Another consideration is the release schedule. Think about Typescript, which likewise has optional type annotations which aren't checked at runtime and don't affect the behaviour of code at runtime; Typescript is continually developed, and puts out minor versions more often than Python. However, Typescript doesn't follow the convention of "no breaking changes in minor versions", because too many improvements to Typescript are expected to be breaking changes. Every time the type-checking algorithm is improved, that means that some mistakes will be caught which weren't before, and so some existing code which previously compiled without errors will now have errors.

On the other hand, Python mostly does avoid breaking changes in minor versions, so if the Python language included rules for checking type annotations, we'd probably be on Python 12 by now. Or (more realistically) the type system would have to be much more stable, with improvements made much more rarely than users want to receive them. This weighs in favour of the Python language and Python typecheckers being separate, third-party projects with their own release schedules.


In both the design of the Python language, and the design of the CPython interpreter (effectively the default implementation of Python, but there are others), performance is not a major objective.

Python has a relatively simple language design that comes with a lot of openness: programs can inspect and modify objects at runtime. A lot of libraries take advantage of that. This precludes a lot of optimization unless you know that no library is doing any patching of some core classes.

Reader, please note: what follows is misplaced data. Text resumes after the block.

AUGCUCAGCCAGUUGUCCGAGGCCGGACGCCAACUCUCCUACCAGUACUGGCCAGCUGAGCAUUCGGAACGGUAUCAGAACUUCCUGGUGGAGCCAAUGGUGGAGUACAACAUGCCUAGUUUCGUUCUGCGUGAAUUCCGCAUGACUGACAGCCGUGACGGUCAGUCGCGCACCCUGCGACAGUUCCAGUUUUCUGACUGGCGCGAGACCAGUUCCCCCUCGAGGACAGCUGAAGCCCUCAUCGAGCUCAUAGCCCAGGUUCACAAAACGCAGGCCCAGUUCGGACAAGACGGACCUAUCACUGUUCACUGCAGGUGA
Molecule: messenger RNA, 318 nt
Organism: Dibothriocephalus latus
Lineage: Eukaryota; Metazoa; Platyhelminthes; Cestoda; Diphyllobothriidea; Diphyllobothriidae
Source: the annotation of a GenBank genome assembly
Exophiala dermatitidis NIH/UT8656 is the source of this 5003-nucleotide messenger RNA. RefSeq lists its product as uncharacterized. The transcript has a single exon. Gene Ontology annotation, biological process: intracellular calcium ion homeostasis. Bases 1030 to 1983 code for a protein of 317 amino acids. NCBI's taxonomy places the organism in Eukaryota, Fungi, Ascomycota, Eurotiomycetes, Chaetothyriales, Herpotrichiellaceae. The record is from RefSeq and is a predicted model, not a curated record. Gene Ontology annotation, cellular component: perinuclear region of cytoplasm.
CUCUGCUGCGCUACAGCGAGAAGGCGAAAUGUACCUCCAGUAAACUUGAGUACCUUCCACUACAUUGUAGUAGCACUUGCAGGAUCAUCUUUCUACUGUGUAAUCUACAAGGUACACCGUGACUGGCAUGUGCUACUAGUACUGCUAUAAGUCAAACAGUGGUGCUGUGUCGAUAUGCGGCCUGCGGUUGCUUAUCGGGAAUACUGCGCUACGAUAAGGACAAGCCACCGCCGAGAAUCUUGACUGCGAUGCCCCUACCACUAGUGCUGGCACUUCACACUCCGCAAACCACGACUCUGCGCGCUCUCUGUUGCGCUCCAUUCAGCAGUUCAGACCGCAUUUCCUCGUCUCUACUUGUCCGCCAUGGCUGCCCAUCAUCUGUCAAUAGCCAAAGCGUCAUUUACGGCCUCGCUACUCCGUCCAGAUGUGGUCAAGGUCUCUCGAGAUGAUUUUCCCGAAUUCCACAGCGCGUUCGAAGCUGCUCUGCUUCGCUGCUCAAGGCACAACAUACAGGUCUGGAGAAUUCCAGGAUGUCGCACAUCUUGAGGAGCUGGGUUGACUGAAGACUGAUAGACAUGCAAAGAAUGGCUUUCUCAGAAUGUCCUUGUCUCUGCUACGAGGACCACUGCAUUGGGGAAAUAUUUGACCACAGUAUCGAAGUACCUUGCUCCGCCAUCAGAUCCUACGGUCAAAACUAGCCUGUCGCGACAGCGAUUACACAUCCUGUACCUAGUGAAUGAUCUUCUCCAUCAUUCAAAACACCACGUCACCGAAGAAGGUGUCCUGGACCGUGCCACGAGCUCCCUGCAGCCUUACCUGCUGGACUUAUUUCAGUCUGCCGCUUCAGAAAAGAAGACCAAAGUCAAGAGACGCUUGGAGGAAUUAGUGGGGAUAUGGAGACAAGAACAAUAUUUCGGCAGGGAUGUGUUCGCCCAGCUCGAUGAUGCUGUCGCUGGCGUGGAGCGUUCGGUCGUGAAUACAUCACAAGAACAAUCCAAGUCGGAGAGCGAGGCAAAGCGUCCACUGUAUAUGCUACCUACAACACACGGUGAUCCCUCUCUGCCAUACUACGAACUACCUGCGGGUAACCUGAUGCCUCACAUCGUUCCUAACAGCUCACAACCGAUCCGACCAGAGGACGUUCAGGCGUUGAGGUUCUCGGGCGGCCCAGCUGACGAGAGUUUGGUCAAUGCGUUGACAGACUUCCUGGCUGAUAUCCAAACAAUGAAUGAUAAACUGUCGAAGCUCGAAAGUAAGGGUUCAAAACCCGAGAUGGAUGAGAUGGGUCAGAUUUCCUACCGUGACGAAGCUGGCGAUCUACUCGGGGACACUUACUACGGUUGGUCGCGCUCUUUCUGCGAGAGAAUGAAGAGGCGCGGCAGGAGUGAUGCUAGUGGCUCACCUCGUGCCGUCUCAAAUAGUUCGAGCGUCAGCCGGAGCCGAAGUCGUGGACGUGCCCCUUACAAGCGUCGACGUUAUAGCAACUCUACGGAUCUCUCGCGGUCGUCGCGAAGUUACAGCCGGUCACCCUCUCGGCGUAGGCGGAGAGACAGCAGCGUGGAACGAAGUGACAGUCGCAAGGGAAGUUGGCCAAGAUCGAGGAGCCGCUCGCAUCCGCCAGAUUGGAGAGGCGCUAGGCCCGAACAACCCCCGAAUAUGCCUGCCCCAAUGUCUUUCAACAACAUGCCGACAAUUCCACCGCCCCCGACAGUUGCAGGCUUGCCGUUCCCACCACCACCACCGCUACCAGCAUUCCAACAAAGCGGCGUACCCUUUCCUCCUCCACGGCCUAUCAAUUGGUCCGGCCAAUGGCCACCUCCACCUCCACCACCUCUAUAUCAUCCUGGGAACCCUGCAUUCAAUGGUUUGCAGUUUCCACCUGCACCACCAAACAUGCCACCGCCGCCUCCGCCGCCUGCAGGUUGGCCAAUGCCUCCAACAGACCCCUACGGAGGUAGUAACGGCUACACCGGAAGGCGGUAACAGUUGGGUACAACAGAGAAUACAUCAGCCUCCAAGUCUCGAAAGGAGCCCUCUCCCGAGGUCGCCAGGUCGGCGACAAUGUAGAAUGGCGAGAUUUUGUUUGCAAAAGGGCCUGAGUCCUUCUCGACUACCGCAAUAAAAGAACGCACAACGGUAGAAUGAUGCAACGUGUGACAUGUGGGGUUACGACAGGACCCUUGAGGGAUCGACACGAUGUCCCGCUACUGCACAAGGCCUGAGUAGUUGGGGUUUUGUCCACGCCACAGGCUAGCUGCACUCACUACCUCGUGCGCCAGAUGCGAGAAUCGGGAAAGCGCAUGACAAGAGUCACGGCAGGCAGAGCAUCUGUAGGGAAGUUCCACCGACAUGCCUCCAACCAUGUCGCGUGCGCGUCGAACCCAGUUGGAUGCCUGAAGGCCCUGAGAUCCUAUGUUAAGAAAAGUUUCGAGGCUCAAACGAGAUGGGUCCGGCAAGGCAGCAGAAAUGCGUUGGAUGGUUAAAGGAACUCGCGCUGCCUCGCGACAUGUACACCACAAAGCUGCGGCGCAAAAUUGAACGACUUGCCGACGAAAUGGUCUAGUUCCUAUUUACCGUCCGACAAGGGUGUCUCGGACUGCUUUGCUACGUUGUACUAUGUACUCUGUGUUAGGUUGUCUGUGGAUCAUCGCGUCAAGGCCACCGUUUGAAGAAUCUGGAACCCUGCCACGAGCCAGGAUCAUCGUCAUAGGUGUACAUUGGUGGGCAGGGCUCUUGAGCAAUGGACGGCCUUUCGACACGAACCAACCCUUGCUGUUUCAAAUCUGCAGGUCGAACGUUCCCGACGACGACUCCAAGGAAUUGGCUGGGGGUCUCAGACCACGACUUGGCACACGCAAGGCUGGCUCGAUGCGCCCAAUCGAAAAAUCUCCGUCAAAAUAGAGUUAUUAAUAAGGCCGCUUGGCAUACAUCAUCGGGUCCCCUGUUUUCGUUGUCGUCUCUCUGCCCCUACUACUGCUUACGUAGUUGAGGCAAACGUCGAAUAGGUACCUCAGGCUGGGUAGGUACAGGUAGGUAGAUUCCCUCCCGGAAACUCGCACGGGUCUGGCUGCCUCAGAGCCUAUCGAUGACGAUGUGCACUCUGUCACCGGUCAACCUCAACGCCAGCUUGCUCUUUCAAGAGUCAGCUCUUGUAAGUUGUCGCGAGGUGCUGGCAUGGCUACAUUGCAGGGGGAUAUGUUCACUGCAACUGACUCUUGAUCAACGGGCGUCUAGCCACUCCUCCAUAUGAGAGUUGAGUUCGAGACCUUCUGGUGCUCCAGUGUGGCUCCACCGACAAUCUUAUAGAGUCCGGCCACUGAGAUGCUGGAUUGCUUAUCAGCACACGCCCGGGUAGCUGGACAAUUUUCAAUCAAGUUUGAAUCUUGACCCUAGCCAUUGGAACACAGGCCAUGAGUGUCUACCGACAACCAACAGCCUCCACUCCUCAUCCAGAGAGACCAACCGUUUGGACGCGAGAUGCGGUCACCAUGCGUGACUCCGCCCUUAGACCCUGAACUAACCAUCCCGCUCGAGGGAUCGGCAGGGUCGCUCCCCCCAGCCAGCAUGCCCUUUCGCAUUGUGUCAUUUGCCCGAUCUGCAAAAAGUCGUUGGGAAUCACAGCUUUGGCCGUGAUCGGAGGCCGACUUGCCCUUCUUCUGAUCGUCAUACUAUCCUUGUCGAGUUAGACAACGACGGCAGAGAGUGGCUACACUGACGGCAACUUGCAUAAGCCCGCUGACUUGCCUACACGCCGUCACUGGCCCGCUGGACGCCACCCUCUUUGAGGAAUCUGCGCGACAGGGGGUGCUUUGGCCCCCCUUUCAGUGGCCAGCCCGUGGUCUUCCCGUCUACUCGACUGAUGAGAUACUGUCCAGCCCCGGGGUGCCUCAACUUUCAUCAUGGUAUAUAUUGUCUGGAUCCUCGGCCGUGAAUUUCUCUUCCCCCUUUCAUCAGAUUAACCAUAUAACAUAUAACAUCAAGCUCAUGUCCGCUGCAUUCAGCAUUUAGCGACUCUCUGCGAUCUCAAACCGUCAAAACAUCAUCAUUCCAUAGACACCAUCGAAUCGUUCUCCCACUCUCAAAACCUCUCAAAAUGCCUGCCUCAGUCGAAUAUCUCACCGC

Type annotations don't really help with that because there's no requirement for them to be sound. Your program is still supposed to run as written if the type annotations are wrong. (You'd surely prefer it to run as intended — but for that you need a language that's designed as type-safe from the start. That wouldn't be Python.)

CPython does not even try to perform much optimization because it values debuggability over performance. In Python, you should be able to trace the execution of a program line by line. That doesn't work with an optimizer that reorders code around.

If you want performance in Python, you write the performance-sensitive parts in a low-level language like Fortran or C, and the high-level parts in Python. For example, Python is commonly used for numerical computation (a performance-demanding field) with numpy (not written in Python) providing a high-performance implementation of basic operation, and Python used to combine the high-performance building blocks.

  • $\begingroup$ And yet I've always found python program much harder to debug than programs in other languages! $\endgroup$
    – Stef
    Jun 28, 2023 at 15:35